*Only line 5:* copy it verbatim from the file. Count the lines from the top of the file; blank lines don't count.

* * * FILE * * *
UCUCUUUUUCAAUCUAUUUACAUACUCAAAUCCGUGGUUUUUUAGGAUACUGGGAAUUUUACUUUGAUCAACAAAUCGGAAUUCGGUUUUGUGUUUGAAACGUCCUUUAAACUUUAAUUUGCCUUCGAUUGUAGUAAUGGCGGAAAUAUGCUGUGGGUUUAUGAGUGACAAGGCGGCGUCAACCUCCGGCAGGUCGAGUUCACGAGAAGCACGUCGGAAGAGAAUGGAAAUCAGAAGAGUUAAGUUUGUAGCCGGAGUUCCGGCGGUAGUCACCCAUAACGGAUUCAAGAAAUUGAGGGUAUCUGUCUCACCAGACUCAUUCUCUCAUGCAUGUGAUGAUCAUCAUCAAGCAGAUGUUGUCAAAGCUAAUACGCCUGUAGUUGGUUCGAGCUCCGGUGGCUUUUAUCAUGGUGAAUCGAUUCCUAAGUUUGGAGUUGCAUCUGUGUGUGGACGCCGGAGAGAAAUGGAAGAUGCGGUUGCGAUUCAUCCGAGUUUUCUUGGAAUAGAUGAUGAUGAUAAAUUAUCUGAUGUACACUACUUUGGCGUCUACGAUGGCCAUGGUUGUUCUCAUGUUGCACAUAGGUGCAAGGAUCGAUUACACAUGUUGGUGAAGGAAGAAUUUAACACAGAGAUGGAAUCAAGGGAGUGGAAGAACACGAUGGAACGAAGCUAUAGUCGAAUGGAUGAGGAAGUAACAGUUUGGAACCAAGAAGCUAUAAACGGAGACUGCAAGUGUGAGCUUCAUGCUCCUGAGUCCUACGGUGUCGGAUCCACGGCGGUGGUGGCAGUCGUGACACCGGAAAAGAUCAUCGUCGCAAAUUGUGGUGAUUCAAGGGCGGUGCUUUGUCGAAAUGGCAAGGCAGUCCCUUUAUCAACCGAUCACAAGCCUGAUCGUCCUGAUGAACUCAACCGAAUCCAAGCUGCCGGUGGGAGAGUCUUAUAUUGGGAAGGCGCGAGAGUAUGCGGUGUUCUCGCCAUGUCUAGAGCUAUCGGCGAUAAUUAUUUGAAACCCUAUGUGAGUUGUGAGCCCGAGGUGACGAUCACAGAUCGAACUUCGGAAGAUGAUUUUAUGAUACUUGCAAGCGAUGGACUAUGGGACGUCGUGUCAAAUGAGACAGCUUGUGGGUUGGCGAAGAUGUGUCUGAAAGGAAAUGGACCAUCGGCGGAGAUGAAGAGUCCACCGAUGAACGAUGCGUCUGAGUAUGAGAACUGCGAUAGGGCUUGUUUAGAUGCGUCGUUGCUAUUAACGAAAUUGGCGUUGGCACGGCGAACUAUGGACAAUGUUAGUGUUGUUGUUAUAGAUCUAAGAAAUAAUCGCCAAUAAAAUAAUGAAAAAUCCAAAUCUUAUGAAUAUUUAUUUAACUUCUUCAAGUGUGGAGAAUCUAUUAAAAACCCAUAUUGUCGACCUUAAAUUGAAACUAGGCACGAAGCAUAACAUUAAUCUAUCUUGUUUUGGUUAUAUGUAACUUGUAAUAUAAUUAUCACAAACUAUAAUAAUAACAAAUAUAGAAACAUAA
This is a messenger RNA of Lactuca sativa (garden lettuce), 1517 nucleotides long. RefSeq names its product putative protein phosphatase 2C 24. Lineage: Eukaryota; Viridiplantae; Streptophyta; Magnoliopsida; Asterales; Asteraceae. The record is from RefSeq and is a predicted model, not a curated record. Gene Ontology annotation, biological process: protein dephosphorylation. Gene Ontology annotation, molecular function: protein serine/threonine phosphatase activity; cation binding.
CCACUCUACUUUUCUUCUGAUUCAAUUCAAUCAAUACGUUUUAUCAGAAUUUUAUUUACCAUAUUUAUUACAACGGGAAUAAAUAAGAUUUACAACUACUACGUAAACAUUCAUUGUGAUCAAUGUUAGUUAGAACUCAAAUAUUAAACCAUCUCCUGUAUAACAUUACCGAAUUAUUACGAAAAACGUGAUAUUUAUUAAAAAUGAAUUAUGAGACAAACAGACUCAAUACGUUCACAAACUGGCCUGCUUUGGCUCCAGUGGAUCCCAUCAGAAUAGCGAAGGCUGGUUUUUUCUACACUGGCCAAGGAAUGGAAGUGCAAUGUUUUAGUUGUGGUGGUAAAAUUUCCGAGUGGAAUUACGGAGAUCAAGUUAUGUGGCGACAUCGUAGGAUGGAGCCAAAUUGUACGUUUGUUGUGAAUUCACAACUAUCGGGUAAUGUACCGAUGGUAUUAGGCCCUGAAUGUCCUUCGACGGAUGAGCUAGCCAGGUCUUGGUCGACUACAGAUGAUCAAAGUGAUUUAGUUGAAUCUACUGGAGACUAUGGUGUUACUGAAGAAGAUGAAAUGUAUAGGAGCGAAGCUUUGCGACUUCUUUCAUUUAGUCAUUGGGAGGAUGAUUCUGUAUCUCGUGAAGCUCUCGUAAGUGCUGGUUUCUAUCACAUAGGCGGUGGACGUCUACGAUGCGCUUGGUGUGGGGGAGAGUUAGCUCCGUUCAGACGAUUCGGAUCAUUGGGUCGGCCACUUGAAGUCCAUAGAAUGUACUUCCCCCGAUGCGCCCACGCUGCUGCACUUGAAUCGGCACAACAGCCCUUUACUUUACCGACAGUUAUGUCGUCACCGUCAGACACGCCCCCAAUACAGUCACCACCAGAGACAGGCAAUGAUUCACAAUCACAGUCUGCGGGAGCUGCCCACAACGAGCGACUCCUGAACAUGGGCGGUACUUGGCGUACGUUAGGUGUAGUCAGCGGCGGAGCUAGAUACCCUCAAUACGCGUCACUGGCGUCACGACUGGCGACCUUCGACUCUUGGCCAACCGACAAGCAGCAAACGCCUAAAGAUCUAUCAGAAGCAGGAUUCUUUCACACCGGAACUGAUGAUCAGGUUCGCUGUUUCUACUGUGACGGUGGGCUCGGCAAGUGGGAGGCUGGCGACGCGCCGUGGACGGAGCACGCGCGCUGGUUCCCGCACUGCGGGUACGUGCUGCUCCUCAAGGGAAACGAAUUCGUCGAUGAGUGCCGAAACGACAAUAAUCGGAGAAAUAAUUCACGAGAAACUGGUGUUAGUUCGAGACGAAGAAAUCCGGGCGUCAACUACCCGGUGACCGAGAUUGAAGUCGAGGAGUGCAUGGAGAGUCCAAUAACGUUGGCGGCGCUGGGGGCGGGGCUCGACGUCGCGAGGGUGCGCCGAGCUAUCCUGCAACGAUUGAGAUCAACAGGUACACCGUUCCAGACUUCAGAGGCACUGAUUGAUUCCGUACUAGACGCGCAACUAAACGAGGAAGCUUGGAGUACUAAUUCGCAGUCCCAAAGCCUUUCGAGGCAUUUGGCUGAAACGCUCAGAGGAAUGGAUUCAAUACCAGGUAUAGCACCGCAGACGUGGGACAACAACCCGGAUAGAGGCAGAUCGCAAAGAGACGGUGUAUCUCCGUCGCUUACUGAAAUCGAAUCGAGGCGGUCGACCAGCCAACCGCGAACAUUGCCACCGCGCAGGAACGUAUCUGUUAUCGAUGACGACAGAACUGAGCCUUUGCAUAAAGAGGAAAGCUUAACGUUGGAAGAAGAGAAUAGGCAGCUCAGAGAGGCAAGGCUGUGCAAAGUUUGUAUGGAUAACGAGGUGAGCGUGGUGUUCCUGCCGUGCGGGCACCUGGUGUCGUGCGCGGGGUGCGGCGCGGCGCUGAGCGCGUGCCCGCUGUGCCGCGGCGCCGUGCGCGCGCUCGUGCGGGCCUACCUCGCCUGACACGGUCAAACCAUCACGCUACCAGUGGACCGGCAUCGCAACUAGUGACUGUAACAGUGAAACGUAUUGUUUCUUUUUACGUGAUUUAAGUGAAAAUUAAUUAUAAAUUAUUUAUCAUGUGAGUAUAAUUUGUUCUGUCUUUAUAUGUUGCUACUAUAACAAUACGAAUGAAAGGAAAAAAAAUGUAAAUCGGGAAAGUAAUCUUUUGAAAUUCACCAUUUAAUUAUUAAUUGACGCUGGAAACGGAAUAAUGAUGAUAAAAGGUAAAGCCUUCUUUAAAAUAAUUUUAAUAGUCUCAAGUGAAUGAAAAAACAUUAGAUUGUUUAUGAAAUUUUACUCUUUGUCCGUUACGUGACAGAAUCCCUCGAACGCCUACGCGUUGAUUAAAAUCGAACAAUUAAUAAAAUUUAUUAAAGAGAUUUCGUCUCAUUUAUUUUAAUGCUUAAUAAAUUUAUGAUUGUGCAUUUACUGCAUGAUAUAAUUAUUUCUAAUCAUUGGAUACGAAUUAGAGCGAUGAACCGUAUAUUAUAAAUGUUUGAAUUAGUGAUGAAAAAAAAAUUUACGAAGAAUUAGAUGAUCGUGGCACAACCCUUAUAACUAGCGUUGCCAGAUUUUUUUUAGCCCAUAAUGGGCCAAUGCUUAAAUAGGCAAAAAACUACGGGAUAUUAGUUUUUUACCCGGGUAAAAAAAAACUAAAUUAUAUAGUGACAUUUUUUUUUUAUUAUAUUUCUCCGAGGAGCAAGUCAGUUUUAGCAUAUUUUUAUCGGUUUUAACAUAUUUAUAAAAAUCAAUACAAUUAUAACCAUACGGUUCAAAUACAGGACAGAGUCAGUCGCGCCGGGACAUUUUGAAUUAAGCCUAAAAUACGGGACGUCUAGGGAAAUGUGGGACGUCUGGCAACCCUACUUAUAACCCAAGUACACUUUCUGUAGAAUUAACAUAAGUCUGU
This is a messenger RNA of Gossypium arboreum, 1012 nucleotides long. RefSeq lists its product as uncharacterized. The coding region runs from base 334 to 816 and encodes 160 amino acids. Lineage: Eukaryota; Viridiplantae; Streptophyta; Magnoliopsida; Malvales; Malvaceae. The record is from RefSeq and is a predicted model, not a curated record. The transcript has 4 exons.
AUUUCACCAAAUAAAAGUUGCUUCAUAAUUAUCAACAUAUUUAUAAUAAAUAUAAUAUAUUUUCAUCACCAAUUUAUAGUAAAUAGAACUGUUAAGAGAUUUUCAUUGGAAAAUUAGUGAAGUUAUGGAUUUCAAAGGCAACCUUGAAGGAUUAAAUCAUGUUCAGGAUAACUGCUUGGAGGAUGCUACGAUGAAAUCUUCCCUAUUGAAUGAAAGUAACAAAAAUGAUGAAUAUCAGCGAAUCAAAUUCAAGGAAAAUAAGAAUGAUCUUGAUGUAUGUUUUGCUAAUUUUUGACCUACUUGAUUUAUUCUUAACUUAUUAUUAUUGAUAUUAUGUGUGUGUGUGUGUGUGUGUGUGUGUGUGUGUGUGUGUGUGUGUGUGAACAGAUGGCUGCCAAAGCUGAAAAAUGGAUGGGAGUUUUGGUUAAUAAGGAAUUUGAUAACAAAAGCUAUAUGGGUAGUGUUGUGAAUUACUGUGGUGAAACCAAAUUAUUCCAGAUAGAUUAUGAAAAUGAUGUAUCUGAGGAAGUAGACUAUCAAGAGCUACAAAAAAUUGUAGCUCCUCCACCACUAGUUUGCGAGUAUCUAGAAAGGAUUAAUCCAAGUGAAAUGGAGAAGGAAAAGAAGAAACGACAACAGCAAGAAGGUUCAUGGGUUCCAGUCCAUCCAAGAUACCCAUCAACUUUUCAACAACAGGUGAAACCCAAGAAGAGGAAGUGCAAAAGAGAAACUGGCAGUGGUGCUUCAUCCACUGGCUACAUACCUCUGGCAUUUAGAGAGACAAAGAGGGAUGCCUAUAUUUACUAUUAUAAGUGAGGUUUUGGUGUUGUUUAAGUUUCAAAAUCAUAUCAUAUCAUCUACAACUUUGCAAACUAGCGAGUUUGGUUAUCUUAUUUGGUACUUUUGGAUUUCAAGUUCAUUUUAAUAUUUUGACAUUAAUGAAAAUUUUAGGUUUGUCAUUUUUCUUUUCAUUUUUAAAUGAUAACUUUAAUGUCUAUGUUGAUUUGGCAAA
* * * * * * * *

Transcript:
AUUUCACCAAAUAAAAGUUGCUUCAUAAUUAUCAACAUAUUUAUAAUAAAUAUAAUAUAUUUUCAUCACCAAUUUAUAGUAAAUAGAACUGUUAAGAGAUUUUCAUUGGAAAAUUAGUGAAGUUAUGGAUUUCAAAGGCAACCUUGAAGGAUUAAAUCAUGUUCAGGAUAACUGCUUGGAGGAUGCUACGAUGAAAUCUUCCCUAUUGAAUGAAAGUAACAAAAAUGAUGAAUAUCAGCGAAUCAAAUUCAAGGAAAAUAAGAAUGAUCUUGAUGUAUGUUUUGCUAAUUUUUGACCUACUUGAUUUAUUCUUAACUUAUUAUUAUUGAUAUUAUGUGUGUGUGUGUGUGUGUGUGUGUGUGUGUGUGUGUGUGUGUGUGUGAACAGAUGGCUGCCAAAGCUGAAAAAUGGAUGGGAGUUUUGGUUAAUAAGGAAUUUGAUAACAAAAGCUAUAUGGGUAGUGUUGUGAAUUACUGUGGUGAAACCAAAUUAUUCCAGAUAGAUUAUGAAAAUGAUGUAUCUGAGGAAGUAGACUAUCAAGAGCUACAAAAAAUUGUAGCUCCUCCACCACUAGUUUGCGAGUAUCUAGAAAGGAUUAAUCCAAGUGAAAUGGAGAAGGAAAAGAAGAAACGACAACAGCAAGAAGGUUCAUGGGUUCCAGUCCAUCCAAGAUACCCAUCAACUUUUCAACAACAGGUGAAACCCAAGAAGAGGAAGUGCAAAAGAGAAACUGGCAGUGGUGCUUCAUCCACUGGCUACAUACCUCUGGCAUUUAGAGAGACAAAGAGGGAUGCCUAUAUUUACUAUUAUAAGUGAGGUUUUGGUGUUGUUUAAGUUUCAAAAUCAUAUCAUAUCAUCUACAACUUUGCAAACUAGCGAGUUUGGUUAUCUUAUUUGGUACUUUUGGAUUUCAAGUUCAUUUUAAUAUUUUGACAUUAAUGAAAAUUUUAGGUUUGUCAUUUUUCUUUUCAUUUUUAAAUGAUAACUUUAAUGUCUAUGUUGAUUUGGCAAA